I can’t tell you how many times I’ve given this advice  (perhaps in kinder words) to anchors and reporters when helping them improve their interviewing skills.  This advice can apply to voiceover folks as well when you’re in any kind of situation where you’re trying to get information, say from an author or PR agent.

One of the biggest mistakes you can make in an interview is to try and show off how much you know in your questions. The interview is not about you. It’s about your interviewee. Put your ego aside and ask direct, simple questions that will get the best answer out of your interviewee.

And what should you do once you’ve asked this direct question? You got it, shut up!

Another piece of advice I often give about a good interview is that the questions should be like jabs in boxing. They should be forceful and direct and hit the exact spot so they will get the best answer from the other person.

Have you ever noticed how a Q & A is printed online or in a magazine?  The questions are in bold and the answers are in regular type.  Plus, the questions are usually short.  Remembering this can help you avoid another big mistake that many broadcasters make when doing interviews, which is trailing off at the end of a question.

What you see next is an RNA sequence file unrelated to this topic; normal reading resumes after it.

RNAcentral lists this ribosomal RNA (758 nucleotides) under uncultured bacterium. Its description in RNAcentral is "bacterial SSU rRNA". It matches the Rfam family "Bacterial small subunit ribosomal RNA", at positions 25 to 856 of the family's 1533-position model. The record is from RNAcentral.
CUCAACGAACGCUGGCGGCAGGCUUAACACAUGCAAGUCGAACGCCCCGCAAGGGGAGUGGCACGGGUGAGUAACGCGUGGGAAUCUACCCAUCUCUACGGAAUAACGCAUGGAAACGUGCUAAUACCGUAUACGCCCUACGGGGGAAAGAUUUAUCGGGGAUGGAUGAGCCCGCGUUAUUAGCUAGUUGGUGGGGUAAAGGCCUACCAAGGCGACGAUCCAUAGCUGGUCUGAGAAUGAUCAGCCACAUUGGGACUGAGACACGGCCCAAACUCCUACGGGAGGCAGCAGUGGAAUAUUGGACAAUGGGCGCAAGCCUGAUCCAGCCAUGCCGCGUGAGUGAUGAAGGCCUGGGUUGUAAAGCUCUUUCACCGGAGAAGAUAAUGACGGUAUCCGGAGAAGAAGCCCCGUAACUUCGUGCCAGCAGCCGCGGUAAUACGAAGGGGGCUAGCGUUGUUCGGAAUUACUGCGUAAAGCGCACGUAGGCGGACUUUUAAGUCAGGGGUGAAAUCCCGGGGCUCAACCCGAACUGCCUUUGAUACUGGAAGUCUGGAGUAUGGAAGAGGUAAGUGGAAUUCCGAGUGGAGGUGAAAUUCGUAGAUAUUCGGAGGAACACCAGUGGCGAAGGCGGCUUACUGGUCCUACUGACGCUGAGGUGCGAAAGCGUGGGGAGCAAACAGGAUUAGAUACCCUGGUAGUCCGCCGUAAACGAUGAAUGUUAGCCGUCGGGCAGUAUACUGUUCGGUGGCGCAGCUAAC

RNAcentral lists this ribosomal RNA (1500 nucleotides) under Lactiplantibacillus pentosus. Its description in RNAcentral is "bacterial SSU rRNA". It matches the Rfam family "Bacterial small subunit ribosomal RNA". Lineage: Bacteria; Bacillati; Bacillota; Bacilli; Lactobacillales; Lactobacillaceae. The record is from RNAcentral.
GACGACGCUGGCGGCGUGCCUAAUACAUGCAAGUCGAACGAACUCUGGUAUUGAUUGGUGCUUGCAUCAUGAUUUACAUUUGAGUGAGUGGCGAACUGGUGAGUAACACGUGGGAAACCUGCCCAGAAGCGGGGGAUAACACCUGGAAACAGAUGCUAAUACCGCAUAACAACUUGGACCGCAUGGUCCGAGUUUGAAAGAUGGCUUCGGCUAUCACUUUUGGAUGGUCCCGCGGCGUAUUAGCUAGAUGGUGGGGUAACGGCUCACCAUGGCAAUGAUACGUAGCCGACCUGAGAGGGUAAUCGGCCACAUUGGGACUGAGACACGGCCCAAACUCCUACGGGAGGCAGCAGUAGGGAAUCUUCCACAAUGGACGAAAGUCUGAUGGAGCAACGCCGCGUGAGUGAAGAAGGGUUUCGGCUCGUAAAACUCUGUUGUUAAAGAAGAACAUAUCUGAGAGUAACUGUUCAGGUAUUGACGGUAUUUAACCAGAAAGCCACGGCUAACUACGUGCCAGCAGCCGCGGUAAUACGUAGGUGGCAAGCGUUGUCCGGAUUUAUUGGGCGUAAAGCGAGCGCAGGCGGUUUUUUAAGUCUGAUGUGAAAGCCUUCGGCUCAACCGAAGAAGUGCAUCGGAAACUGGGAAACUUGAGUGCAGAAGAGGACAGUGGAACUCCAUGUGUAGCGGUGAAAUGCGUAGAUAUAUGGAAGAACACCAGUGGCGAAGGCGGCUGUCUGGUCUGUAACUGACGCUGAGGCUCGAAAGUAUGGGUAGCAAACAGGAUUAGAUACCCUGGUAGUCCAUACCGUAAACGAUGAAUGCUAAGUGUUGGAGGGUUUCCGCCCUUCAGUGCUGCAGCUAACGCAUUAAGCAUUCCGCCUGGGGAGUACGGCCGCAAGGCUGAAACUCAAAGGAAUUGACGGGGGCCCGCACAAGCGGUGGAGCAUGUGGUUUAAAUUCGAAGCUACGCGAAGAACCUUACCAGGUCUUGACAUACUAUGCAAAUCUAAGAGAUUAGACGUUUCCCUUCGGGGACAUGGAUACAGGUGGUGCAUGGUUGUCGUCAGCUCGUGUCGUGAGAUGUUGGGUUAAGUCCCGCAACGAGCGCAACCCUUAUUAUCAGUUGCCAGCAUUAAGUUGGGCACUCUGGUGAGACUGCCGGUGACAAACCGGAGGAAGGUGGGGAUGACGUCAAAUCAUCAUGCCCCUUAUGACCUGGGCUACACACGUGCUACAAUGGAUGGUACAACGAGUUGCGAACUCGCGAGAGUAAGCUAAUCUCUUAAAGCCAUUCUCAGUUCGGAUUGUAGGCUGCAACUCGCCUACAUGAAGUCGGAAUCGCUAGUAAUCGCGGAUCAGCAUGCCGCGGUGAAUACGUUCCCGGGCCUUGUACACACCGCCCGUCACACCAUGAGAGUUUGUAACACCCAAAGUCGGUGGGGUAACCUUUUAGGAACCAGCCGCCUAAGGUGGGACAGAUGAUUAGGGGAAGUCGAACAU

And there’s another reason why printed questions are in bold.  They need to be read, that’s why!  They offer the skeleton structure for the Q & A.

If your questions are weak and your voice trails off at the ends of sentences, they aren’t doing their job of holding the interview together.  In a printed Q & A do you see the ink getting paler and paler as it comes to the end of the question?  Then don’t let your voice do that.  I tell my clients to make the last word of their question as strong as the first word.

So next time you’re doing a Q & A, keep the questions simple and direct, and make sure your voice is strong as you ask your questions.  That’s the winning combination!

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Speak From Your Diaphragm!

by Ann S. Utterback, Ph.D. on October 4, 2018

By Dara W. Allen, M.S., CCC-SLP

Have you ever been told to “speak from your diaphragm”?  Most broadcasters and voiceover artists have heard this piece of advice many times over, yet few of us really understand what it means.

In truth, we do not speak from our diaphragm.